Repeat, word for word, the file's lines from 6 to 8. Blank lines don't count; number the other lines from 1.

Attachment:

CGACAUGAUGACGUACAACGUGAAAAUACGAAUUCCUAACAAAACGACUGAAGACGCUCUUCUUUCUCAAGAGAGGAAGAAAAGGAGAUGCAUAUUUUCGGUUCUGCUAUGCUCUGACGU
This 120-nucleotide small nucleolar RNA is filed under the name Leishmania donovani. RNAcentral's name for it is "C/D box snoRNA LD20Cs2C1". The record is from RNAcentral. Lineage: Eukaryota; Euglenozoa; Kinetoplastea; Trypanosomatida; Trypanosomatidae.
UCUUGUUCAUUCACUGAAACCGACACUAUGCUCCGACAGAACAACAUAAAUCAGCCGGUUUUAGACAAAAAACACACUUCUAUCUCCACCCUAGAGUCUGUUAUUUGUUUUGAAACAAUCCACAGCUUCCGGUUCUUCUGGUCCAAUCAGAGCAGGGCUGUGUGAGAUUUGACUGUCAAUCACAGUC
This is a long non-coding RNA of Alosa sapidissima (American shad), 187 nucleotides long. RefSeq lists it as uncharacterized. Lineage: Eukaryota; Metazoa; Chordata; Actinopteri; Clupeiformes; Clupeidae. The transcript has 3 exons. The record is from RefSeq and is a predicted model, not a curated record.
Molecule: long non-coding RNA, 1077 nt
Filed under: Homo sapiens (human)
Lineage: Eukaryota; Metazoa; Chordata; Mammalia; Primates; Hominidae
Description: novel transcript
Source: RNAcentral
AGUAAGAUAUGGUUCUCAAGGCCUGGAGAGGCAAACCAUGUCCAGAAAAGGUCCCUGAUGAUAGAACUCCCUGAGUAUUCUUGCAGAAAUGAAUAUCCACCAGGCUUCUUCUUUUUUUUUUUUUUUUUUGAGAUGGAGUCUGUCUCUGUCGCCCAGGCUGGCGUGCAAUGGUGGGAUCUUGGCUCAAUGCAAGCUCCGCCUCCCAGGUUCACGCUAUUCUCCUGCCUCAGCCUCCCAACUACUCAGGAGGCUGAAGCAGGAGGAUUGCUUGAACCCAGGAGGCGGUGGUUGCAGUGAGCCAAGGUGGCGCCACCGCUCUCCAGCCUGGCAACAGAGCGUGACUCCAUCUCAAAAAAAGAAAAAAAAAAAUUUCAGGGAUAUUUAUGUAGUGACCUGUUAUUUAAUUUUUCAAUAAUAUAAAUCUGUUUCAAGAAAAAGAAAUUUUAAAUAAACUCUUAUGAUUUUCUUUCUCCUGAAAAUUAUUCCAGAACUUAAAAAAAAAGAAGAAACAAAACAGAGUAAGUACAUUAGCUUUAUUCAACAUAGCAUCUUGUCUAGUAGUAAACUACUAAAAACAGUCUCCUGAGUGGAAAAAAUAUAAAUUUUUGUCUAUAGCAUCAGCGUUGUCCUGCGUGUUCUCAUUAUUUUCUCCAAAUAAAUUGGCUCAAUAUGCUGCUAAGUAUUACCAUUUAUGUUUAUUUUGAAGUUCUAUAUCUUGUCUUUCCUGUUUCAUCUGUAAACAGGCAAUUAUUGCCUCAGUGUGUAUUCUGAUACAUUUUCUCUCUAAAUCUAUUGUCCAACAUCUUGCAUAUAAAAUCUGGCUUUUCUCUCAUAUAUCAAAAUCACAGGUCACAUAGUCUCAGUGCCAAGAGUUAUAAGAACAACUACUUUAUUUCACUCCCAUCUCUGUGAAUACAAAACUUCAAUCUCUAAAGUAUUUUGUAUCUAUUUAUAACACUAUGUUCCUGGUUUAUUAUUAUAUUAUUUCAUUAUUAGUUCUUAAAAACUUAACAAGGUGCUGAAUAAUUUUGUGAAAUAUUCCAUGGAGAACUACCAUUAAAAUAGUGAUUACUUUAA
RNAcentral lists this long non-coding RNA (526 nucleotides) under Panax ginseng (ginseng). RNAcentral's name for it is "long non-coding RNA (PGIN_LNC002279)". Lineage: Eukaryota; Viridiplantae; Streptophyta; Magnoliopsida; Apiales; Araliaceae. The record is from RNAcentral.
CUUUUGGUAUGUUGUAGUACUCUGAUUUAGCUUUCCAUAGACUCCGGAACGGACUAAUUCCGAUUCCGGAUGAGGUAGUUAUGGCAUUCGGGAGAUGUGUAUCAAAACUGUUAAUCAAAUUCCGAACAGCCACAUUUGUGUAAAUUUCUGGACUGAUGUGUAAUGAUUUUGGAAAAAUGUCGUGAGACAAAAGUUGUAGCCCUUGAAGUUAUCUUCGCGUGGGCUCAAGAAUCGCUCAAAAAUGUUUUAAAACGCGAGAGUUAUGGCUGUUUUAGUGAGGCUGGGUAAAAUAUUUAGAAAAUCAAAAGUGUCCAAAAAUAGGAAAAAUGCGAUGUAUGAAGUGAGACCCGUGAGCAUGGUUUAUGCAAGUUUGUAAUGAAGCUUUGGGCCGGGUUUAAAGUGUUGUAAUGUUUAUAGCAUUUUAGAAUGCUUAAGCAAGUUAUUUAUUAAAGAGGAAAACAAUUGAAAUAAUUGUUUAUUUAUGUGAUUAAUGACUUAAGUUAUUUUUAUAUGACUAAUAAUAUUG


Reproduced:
Filed under: Homo sapiens (human)
Lineage: Eukaryota; Metazoa; Chordata; Mammalia; Primates; Hominidae
Description: novel transcript